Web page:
culture, music, and identity politics musings from a 20-something Australian-Asian living in Washington D.C.

Silverchair at the 9:30 club: July 24, 2007 July 29, 2007

Filed under: Australians,Concert reviews,Music — itslateagain @ 12:09 am

This past Tuesday, one of Australia’s greatest bands, Silverchair, played a sold-out 9:30 club on the first leg of their American tour. They are promoting Young Modern, their fifth studio release and first album since 2002’s Diorama, which won the band six ARIA Awards (the Australian Grammies).

They opened with a trio of new songs from Young Modern, an album which continues lead singer Daniel Johns’ continuing foray into pop, this time building upon the ornate, occasionally over-blown pomp of Diorama towards classic rock and even the campy and carnival. As if to illustrate the point, Johns took to the stage in pirate form, wearing a bandanna and eye patch (apparently to nurse a bruised eye), later re-appearing in a bowler hat. As natural as this musical evolution might be, it is an unfortunate and hopefully short-lived misstep. Though Johns is a gifted, imaginative musician, it seems he is still in the process of settling into his own niche within the current field.



Construction worker arms and pantaloons: the Rafa-Roger fashion battle July 8, 2007

Filed under: Fashion,Gender and Masculinity,Sports,Tennis — itslateagain @ 5:14 pm

Rafael Nadal, whose game continues to develop and mature on all surfaces, is finally here to give Roger Federer some competition. To which I say: About time! As incredible as it’s been to watch the young Swissman steam roll through grand slams as if the Roddicks and Hewitts of the world were beginner stage computer drones on Virtua Tennis, great sports viewing requires great rivalries, and Nadal has established himself as the man to bring it.

Being a lefthander who was forced to write with my right by my father, I love the fact that Rafael is a natural righthander who plays tennis lefthanded. It’s reverse appreciation, made all the more wonderful by the fact that it comes during a time when there is a serious dearth of prominent lefties in world tennis. And as powerful as his clean, flashing forehands are, it naturally provides his double fisted backhand game with that much more power. During today’s Wimbledon singles final coverage, McEnroe described this phenomenon as raising the game to “a whole ‘nother level.”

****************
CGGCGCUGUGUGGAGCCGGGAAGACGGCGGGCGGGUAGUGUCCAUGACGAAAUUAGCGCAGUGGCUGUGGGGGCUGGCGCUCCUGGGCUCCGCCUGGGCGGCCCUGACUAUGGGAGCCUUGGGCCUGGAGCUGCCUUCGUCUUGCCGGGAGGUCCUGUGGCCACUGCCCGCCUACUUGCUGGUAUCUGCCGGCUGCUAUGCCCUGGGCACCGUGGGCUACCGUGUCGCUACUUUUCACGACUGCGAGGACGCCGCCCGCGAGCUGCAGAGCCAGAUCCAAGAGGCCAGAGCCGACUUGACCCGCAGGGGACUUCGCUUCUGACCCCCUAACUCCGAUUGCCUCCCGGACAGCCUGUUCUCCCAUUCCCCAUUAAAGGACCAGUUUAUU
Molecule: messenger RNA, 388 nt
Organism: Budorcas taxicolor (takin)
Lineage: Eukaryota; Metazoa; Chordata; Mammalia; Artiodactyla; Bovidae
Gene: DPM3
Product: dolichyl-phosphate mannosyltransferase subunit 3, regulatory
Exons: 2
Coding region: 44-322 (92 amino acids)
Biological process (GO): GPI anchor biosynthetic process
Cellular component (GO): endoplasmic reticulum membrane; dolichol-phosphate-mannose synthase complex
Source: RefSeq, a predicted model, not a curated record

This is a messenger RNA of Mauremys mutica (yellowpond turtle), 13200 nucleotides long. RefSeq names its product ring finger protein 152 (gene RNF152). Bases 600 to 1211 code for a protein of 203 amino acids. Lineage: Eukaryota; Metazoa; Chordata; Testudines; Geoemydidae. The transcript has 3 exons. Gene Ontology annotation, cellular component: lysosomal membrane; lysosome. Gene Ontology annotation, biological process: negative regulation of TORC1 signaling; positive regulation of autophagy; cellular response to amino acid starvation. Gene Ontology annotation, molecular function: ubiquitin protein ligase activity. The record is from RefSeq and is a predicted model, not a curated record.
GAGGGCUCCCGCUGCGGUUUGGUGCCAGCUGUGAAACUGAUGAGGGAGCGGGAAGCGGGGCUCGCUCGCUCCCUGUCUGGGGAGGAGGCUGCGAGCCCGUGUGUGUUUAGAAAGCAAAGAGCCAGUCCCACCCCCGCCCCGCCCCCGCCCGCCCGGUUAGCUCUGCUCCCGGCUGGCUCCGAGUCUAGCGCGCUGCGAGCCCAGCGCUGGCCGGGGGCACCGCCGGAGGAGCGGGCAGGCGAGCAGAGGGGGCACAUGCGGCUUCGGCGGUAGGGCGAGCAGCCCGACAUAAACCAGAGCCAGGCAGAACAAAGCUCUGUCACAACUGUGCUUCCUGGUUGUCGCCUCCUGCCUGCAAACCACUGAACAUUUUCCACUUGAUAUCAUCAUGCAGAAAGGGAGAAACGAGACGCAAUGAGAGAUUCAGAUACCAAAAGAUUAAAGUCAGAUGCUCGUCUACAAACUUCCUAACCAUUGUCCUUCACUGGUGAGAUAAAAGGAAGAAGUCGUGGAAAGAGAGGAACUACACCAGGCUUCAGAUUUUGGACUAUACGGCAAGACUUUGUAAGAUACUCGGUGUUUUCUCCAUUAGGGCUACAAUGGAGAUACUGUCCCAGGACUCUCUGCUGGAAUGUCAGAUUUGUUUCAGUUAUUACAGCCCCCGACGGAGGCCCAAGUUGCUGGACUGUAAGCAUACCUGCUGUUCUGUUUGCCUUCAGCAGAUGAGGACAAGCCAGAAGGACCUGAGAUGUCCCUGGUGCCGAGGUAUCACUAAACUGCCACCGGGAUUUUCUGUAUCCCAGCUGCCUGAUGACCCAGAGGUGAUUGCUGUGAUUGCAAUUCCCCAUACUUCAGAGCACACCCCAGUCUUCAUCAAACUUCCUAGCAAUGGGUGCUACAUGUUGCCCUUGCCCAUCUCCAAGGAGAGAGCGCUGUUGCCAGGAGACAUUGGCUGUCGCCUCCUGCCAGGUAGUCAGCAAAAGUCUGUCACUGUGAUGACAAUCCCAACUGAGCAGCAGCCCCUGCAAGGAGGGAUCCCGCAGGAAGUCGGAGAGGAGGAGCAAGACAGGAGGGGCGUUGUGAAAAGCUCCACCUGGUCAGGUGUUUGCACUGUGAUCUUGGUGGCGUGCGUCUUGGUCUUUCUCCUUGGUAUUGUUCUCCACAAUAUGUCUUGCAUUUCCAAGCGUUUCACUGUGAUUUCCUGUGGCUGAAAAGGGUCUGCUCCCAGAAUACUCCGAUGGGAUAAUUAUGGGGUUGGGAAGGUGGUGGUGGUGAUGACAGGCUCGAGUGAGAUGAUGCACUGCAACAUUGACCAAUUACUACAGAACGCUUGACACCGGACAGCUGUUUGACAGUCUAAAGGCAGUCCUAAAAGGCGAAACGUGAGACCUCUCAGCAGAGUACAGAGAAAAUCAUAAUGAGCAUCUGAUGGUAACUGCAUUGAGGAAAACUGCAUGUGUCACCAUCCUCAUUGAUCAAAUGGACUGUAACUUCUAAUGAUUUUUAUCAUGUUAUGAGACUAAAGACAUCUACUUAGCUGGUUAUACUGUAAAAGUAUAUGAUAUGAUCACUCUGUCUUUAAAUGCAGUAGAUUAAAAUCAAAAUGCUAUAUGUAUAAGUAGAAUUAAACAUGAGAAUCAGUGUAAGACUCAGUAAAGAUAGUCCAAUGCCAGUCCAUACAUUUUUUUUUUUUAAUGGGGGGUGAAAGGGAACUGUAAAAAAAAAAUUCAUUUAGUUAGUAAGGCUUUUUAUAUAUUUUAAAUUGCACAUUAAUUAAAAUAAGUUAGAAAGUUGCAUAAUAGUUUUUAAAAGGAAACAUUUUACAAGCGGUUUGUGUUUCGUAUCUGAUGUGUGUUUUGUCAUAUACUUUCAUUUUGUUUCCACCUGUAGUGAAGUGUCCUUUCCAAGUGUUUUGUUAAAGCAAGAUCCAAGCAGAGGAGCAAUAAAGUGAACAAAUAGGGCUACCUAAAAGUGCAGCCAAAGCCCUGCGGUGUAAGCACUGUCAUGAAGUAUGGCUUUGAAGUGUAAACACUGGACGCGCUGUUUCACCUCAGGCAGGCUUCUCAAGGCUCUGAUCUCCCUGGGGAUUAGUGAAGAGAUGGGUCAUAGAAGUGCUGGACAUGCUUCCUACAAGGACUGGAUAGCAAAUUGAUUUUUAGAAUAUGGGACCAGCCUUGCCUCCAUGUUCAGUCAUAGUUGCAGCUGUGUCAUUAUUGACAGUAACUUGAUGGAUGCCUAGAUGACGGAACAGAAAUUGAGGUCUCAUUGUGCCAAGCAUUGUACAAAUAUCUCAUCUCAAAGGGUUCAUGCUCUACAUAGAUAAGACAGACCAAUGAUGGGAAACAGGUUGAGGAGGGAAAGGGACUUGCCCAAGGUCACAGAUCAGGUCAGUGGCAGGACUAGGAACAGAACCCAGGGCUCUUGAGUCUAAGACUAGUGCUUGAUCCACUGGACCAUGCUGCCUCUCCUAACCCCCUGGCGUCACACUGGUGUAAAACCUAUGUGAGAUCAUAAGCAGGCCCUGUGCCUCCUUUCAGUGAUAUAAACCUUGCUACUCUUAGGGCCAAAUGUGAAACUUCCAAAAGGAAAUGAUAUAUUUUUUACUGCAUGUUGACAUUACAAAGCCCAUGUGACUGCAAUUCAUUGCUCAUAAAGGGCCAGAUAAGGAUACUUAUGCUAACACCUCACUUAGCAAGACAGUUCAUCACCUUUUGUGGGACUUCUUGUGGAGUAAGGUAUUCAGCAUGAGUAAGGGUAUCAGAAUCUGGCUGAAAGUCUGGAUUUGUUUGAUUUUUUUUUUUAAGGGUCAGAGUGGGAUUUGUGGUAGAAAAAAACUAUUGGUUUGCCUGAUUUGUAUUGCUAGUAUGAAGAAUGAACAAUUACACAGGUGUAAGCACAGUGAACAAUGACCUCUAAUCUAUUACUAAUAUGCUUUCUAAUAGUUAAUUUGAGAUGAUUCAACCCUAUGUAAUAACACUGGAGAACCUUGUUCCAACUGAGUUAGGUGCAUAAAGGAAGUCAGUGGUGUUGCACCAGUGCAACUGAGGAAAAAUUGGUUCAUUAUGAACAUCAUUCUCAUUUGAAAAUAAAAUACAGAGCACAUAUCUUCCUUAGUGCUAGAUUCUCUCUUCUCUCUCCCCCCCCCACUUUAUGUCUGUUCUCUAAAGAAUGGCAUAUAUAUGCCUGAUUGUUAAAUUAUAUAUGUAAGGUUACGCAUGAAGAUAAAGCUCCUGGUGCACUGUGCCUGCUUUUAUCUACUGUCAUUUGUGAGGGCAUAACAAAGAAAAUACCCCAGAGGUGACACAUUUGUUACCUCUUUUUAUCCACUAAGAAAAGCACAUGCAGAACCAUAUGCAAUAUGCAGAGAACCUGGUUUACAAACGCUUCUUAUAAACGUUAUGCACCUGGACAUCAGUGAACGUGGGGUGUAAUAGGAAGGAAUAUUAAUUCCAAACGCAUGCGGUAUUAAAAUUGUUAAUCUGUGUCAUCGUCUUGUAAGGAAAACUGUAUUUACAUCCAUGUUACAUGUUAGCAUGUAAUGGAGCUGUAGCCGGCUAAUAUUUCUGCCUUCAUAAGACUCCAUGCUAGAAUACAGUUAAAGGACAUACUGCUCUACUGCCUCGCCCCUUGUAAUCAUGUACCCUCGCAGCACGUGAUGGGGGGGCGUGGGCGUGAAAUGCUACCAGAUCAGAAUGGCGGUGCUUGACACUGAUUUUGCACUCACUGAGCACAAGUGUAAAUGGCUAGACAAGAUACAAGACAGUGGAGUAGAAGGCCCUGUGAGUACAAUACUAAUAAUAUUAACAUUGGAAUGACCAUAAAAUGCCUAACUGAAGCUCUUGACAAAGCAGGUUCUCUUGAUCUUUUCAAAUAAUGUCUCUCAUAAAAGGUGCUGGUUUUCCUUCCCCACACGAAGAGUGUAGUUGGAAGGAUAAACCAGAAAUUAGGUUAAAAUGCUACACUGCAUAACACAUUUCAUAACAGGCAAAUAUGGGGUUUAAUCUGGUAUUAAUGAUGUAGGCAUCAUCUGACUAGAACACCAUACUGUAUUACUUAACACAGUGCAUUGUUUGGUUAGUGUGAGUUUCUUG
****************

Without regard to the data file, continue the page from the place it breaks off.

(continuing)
The Spanish thing certainly plays a role, for as easy as it is to admire Swiss precision and craft, it’s hard to root for it with total devotion. I recently spent some time visiting a friend in Barcelona and, like many others, was absolutely enchanted by the passion for life and joy that permeates the city. And as cliched as the metaphor of the athlete and his style as representative of his country or culture might be, you can’t help but feel it with Nadal. It’s that tenacious grimace in the throes of a tight game, the refusal to give up on points, the small body with the large voice, he’s almost…a male Arantxa Sanchez-Vicario!

But on top of that, its Rafa’s dress sense that gives him that extra edge. It’s not difficult for his game–taking the ball on the up, hitting bafflingly good winners from defensive positions, blinding passing shots–to evoke memories of a young Andre Agassi. And when one thinks of young Andre, it’s hard to forget the fashion sense of young Andre.

Here was a man who embraced the early 90s, with its technicolor teal greens, it’s unfortunate hair lengths and big logo branding.

It was loud, perhaps a little too loud, and depite many years of tamed down, bald-headed Andre, people won’t be forgetting the memories of his crazy mulleted era any time soon.
Rafael, on the other hand, is a man of relative taste. The pieces are all there: the long hair, the head band, the derision of the Roland Garros establishment, but he does it smarter.

Instead of going for color, Nadal does it with form. At the top, he strips away the sleeves, providing lady-pleasing views of his oft-fist pumping guns. Down low, he adds significant length to his shorts, bringing them to near-three quarter length. These capris, or pantaloons, are a brilliant meshing of Euro-hip sport casual with American hip hop. But where hip hop goes for both length and width–providing that low-rise, baggy look which is now so firmly established amongst America’s male populace–Raffa keeps it form fitted. The overall result: a slimmed down, sleeker aesthetic that has “I am a modern, sexy tennis-playing machine”written all over its Nikes. (Nadal generally has “Vamos Rafa” written on his) Gunned

Which all, of course, provides even more juice for marketers and broadcast networks in articulating the beauty of the Federer-Nadal rivalry.

Roger, whose game is as close to mechanical perfection as we’ve perhaps ever seen, keeps his style decidedly conventional. Apart from the neat bun pony-tail he rocked a couple of years ago, the Fed-machine is all business. Unemotional, pressed whites, shorts kept tidily above the knee and polo collar gently curled, the man is to tennis as Tiger is to golf. Clean-cut, unobjectionable and ridonkulously good.

And, just as the epic Sampras-Agassi battles kept us enraptured for many marvellous years through the 90s during one epic five-setter after another, so I hope Nadal and Federer will offer the same entertainment. Long live the Rafa-Roger rivalry!